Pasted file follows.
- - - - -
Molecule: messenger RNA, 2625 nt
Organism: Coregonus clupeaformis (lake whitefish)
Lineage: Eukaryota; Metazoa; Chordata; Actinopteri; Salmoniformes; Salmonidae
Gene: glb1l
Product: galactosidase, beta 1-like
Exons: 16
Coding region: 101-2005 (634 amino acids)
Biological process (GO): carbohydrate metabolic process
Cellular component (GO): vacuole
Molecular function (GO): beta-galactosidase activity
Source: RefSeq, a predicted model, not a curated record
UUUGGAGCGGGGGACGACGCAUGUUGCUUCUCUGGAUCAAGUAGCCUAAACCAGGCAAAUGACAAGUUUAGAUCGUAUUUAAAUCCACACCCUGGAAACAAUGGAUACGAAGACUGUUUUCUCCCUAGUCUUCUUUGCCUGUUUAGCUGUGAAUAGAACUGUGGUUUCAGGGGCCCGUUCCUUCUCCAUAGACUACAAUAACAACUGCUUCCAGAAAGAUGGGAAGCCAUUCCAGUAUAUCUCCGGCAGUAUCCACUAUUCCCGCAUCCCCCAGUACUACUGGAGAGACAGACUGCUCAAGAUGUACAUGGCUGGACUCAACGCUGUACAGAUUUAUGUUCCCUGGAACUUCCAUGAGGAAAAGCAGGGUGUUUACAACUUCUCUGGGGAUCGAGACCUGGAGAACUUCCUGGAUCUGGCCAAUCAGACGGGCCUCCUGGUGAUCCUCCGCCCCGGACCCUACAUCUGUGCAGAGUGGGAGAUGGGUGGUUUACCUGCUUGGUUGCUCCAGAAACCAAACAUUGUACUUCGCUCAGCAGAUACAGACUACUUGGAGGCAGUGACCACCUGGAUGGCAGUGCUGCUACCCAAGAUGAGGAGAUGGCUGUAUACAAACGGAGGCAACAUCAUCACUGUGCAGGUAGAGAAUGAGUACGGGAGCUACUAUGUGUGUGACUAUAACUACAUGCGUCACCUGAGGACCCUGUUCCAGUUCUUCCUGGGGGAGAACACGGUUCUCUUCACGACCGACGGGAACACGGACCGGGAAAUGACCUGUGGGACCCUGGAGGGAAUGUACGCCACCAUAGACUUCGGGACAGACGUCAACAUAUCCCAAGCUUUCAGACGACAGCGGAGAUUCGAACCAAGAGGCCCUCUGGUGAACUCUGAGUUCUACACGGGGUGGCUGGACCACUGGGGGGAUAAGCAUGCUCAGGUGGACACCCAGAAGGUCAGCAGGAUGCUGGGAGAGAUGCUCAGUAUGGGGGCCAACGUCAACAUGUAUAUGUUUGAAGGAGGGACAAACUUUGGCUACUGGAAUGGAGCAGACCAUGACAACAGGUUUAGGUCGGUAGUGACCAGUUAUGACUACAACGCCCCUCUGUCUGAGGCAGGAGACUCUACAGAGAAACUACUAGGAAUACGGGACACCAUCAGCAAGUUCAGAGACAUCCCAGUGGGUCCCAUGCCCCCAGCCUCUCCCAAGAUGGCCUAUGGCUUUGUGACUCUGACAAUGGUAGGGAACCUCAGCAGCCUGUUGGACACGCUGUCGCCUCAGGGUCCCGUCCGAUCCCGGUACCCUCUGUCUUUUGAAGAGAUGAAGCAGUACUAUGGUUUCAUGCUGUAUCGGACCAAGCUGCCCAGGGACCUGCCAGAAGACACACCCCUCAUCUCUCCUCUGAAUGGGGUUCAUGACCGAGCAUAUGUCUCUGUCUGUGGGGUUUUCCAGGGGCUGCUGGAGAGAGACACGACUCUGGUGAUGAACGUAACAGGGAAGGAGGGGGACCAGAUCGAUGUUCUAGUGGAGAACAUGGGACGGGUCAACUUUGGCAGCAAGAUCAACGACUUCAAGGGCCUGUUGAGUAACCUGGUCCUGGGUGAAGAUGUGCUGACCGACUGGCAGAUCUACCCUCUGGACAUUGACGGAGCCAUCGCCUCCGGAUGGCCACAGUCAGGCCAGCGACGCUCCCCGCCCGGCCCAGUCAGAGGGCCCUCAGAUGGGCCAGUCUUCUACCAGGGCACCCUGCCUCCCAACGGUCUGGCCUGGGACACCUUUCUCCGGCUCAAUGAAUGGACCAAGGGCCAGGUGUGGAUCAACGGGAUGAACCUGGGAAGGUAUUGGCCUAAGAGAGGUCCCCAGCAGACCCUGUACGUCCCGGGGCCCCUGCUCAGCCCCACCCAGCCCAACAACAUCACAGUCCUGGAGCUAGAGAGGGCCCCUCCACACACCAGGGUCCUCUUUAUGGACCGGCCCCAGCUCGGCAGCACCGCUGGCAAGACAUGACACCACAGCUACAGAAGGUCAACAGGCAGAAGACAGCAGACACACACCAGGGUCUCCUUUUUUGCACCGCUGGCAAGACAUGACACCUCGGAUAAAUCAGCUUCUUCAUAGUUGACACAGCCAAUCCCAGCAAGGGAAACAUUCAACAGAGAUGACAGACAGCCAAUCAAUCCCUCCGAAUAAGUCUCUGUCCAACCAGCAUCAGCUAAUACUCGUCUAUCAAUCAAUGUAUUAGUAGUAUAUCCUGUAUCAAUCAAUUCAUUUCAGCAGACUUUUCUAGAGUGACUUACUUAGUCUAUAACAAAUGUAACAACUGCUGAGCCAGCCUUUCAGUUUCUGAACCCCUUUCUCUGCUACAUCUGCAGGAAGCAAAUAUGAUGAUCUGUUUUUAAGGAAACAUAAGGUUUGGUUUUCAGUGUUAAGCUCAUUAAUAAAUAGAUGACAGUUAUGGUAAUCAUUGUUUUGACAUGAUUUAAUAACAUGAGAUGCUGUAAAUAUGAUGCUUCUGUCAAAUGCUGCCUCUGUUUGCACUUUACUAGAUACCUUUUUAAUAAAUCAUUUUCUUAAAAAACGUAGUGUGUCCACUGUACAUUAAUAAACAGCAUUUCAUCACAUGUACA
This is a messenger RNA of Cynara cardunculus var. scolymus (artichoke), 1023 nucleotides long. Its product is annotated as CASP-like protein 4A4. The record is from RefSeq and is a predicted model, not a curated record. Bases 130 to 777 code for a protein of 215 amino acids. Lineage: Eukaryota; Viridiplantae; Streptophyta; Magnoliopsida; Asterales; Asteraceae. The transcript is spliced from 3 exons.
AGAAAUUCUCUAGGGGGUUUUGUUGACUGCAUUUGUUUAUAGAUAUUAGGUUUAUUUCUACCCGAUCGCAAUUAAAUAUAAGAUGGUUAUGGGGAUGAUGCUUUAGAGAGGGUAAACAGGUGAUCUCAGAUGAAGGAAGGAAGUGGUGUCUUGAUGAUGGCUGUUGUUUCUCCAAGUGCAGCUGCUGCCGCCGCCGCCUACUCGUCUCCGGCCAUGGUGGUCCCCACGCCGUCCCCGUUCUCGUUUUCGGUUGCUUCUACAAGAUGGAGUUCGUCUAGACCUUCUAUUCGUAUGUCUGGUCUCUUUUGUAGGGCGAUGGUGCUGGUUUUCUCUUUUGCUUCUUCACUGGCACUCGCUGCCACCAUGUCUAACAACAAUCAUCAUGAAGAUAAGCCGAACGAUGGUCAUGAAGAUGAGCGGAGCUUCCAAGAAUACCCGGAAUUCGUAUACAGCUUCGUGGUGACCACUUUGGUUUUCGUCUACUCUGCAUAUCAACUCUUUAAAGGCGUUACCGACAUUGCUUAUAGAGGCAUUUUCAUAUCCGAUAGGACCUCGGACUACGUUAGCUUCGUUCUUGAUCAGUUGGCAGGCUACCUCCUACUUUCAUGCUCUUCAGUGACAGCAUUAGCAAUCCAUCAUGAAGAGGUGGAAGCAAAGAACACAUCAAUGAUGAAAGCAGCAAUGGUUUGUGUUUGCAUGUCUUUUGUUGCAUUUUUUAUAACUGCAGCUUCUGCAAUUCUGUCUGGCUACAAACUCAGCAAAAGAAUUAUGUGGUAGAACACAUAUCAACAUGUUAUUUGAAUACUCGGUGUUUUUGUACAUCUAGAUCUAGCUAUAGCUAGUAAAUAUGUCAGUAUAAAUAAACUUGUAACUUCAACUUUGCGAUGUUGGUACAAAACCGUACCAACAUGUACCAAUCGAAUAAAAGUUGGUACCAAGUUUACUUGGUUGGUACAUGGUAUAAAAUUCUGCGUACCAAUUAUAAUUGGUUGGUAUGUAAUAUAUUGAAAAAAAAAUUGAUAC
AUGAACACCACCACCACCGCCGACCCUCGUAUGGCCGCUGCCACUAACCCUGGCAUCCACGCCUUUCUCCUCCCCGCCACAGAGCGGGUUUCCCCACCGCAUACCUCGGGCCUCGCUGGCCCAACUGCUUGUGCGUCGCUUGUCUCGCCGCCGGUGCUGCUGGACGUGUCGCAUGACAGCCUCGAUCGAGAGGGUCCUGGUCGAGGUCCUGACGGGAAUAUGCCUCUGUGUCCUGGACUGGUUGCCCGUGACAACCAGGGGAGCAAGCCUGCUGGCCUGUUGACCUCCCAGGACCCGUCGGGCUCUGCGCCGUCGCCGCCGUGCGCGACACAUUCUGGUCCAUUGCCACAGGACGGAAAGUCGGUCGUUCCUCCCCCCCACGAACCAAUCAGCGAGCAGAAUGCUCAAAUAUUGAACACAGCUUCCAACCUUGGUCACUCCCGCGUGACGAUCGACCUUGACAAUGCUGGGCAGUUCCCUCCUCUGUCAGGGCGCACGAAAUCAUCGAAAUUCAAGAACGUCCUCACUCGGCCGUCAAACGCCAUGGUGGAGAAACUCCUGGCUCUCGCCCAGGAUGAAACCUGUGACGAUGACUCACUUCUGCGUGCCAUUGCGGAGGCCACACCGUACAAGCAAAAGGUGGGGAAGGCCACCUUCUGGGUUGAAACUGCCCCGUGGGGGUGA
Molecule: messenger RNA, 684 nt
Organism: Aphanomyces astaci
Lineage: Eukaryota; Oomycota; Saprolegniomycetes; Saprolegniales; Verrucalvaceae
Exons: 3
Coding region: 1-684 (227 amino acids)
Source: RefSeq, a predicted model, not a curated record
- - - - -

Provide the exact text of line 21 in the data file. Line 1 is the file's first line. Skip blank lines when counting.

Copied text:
Source: RefSeq, a predicted model, not a curated record